Most cold sores appear near and around the lip area. Cracked and damaged lips can easily harbor HSV-1s. Make sure you’re keeping your lips moisturized. For extra protection, buy lip balms with SPF (YES, that’s a product you can and should buy).

4. Boost Your Immunity

Before summer vacation, start working on your diet and meal plans. Boost your immunity system by taking nutritious food- especially the ones that have vitamin C.vitamin C works great against cold sores and blisters, even if it hurts a lot. Take a lot of lemons, oranges, and other citrus fruits.

5. Stay Hydrated and Rested

Staying in the sun can cause you stress and damage your skin barrier. Drink as much water as possible to improve your overall skin health and hydration. Resting can help reduce your stress, which in turn reduces the chance of sunlight triggering your cold sores.

Healing and Treatment

You may still get cold sores after staying cautious and careful. Now, let’s see what steps we can take to treat and promote the healing of our cold sores.

1. Apply Ice

Applying ice can help with your inflammation. Cold sores can undoubtedly be painful- the cold from the ice will help you tackle the pain and inflammation. You can also try applying cold aloe gel or washing the blister with cold water. However, make sure to pat down or air-dry the affected area afterward gently. HSVs love damp skin, as they can thrive better in them. So, it is just as essential to keep your blister dry after applying ice, cold water, etc.

2. Ointments, Medicines, and Creams 

You can find many over-the-counter (OTC) solutions for cold sores. Starting from ointments to gels, creams, medicines, etc. For pain relief, creams containing benzocaine or lidocaine can help tremendously. To treat the blisters, find an ointment containing docosanol. Home remedies containing jojoba, raspberry leaf extract, etc., can help keep the cold sore under control.

3. Keep It Dry

As much as we hate to say it, you need to let your blisters dry. It is part of the healing process. The sooner it dries and the scabs fall off, the sooner you’re free and healed. Make sure to keep the blisters dry. Some even suggest mild sunlight (near sundown) to dry out the blisters and scabs easier and faster.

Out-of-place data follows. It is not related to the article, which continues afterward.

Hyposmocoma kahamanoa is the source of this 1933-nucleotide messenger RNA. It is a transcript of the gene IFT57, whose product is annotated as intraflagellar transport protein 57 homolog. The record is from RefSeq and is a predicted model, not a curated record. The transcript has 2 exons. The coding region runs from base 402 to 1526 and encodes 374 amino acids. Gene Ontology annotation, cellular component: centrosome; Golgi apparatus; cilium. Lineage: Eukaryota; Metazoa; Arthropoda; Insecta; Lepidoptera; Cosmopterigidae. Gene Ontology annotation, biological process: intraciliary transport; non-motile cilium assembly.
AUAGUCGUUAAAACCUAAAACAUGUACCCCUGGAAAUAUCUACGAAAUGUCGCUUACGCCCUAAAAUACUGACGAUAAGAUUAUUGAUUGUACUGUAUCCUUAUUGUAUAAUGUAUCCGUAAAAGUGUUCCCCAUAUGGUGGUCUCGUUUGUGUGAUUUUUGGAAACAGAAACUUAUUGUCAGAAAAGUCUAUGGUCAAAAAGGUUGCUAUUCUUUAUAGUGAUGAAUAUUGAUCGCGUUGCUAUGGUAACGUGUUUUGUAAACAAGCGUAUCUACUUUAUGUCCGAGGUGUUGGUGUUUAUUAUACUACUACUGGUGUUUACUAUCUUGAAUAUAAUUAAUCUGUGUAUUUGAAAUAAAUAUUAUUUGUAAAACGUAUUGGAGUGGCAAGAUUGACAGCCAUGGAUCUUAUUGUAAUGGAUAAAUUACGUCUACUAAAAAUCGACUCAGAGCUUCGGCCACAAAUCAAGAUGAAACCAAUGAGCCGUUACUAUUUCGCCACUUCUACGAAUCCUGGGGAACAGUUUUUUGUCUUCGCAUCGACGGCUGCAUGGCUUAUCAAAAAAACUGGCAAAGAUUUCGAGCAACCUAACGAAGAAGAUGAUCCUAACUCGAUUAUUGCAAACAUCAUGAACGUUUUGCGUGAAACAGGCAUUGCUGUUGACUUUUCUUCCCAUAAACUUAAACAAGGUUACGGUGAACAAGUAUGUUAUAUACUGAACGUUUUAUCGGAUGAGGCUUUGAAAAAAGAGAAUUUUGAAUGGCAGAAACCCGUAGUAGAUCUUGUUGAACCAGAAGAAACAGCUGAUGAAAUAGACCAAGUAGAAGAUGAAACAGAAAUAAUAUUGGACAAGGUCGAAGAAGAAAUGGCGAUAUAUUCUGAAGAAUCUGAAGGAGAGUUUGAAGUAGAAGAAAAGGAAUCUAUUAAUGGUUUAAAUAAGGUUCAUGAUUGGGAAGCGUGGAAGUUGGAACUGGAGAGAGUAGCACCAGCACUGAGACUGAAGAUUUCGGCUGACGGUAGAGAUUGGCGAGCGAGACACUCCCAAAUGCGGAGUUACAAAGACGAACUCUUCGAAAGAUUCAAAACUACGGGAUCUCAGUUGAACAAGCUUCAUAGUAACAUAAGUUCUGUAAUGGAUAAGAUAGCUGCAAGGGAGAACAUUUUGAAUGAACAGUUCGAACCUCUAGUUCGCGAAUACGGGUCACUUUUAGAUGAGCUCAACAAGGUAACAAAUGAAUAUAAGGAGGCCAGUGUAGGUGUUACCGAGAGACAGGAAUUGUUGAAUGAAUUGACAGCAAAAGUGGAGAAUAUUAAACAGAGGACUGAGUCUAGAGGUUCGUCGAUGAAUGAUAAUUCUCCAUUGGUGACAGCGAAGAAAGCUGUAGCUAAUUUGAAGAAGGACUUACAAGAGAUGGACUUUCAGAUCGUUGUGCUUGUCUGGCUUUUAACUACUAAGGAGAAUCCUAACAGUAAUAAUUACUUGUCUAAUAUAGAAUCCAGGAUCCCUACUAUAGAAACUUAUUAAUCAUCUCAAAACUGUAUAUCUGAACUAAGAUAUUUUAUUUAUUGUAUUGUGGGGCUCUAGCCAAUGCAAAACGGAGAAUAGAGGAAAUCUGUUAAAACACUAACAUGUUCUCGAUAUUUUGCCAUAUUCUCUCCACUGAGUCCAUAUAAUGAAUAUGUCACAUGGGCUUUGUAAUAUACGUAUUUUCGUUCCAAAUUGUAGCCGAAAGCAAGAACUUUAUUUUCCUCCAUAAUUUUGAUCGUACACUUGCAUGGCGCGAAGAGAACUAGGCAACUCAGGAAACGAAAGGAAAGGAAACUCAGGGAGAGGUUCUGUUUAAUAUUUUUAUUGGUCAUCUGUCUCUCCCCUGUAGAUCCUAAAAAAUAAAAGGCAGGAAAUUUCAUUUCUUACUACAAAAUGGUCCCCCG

4. Stay Well Rested and Hydrated

As mentioned before, staying hydrated promotes your overall skin health. Resting also promotes healing. So, drink lots of fluid, nutritious food, and rest. Give your body time to heal itself.

Bottom Line

Summer means vacation, basking in the sun. However, not all of us have the privilege to enjoy everything to the fullest.  Sun exposure can trigger and worsen your cold sores, as UV rays can damage the skin and activate the virus causing them.

We hope this article helps answer your question, “does the sun make cold sores worse?” If you have any more questions, let us know!

FAQs

1. Can I pop my cold sore?

Technically, you can- but you definitely should not. Cold sores are blisters filled with fluid containing bacteria. Popping them would cause the fluid to release infectious fluid, and you may end up getting more blisters. Moreover, your healing process will slow down, and you will be in much pain.

2. How long are cold sores contagious for?

Cold sores are contagious until they go away or heal completely. This process can take up to two weeks. A cold sore can spread from person to person within this time frame via skin contact.

3. Can cold sores spread through pillows?

No, cold sores can only spread through direct skin contact with the affected area. No other product can carry the virus unless there is warm blister puss on it.